While I appreciate that the Nazis tried to portray their anti-Semitism as based on racial, and not religious differences per se, and I understand that if one converted to Judaism, one would be considered a 'full Jew' in terms of race (along with all the other bafflingly insane aspects of Nazism, I've never understood this one), synagogues themselves continued to operate well into the 1930s, with periodic individual pogroms and of course, kristallnacht, where many were burned.

But was there ever any official pronouncement on it? What I mean is, did the Nazis ever make it actually illegal to practice Judaism, in the sense of the religion itself?

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    Trying to evolve it into a better question: nuremberg laws were official: but they didnt ban Jews, just made their life very miserable. Wansee conference: mass extermination was ordered,the bureocracy put to work on it. But some was verbally ordered, or written in vague terms ('office-like', as Heydrich would say), or written as lower level orders. I also dont know if there were true national laws publicly in the books to ban Jews. Plus: define 'ban': if nuremberg =/= ban; a law banning something must define penalties -> you look for a law ordering prison/death explicity (do euphemisms count?)
    – Luiz
    Commented Mar 20, 2023 at 13:20
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    I think this question would make more sense to someone who thinks the problem the Nazis had with Jews is that they didn't like their religion. However, that's not the case. It was based on ethnicity, not religious practice.
    – T.E.D.
    Commented Mar 20, 2023 at 14:08
  • @T.E.D., I'm aware of that, but it is somewhat surprising they didn't. That said though, given the deliberately vague nature the Nazi bureaucracy had of "working towards the Fuhrer", perhaps not.
    – user22453
    Commented Mar 20, 2023 at 16:23
  • @T.E.D. although...I do seem to remember the example of a non-Jewish German woman who married a Jewish person and converted the Judaism, and was later widowed (after which she returned to Christianity) and subsequently married for a second time to a non-Jewish man. According to the Nuremberg Laws, said woman's descendents would count as 'mischling', (half-jews), because the temporary connection of the woman with Judaism somehow 'corrupted' her blood. That said though, I'm probably trying to make sense of something that was inherently irrational, and was simply based on racial hatred.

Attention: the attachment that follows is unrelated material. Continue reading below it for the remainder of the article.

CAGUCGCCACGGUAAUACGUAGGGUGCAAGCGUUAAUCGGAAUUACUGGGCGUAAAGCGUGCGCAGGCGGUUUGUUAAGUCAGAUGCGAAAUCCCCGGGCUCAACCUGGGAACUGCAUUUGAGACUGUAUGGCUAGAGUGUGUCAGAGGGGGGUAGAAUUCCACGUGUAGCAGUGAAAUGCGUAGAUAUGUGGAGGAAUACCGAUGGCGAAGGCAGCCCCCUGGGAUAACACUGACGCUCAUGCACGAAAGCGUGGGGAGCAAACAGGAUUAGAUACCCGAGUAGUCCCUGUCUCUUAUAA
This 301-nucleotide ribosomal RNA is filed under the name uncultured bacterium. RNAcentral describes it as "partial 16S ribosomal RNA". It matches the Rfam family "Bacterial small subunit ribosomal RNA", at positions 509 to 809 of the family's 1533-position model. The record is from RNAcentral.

– user22453
    Commented Mar 20, 2023 at 16:27
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    Note that having an active, organized group of people is a highly effective way to target and persecute them. Ban the group and you lose the easiest way to actually identify and find them.
    – nvoigt
    Commented Mar 28, 2023 at 6:05

1 Answer 1


One of the curious features of the Nazi genocide of European Jews is the degree to which they fetishized their victims, and even encouraged (if not forced) the outward display of Jewishness. German Jews who did not have stereotypically Jewish names needed to adopt a new middle name in 1938 (Sara for girls and women; Israel for boys and men), and even after Jewish children were prevented from attending state schools, they were still allowed to attend Jewish schools - at least for a time.

As the question notes, synagogues continued to operate in many locations, but a great many were closed down. The Wilker Shul in Lodz, for example, was boarded up, and only reopened for the filming of a mock synagogue service that was incorporated into the documentary film, Der Ewige Jude ("The Eternal Jew"), which screened in 1941.

In some camps, like Terezin, religious services were permitted, and in some others, were tolerated. An ability to pray in places like Treblinka, Chelmno and Auschwitz-Birkenau was thought to keep members of the sonderkommando pacified, and they were even allowed access in some of these places to religious literature that had been brought in by other Jewish arrivals.

Were there any aspects of Jewish practice that were ever made actually illegal? There were some - most notably the ban on kosher slaughter in Germany, 1933. Other examples were more ad hoc, such as preventing people from fasting on days like Yom Kippur, or disallowing public prayer in certain places of occupation (such as in various of the ghettos, etc) - but those weren't items of actual legislation.

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    References to sources would make this a great answer.
    – Brian Z
    Commented Aug 24, 2023 at 2:27
  • I would suggest rephrasing "the documentary film, Der Ewige Jude" into "the propaganda film, Der Ewige Jude".
    – Evargalo
    Commented Aug 25, 2023 at 8:06

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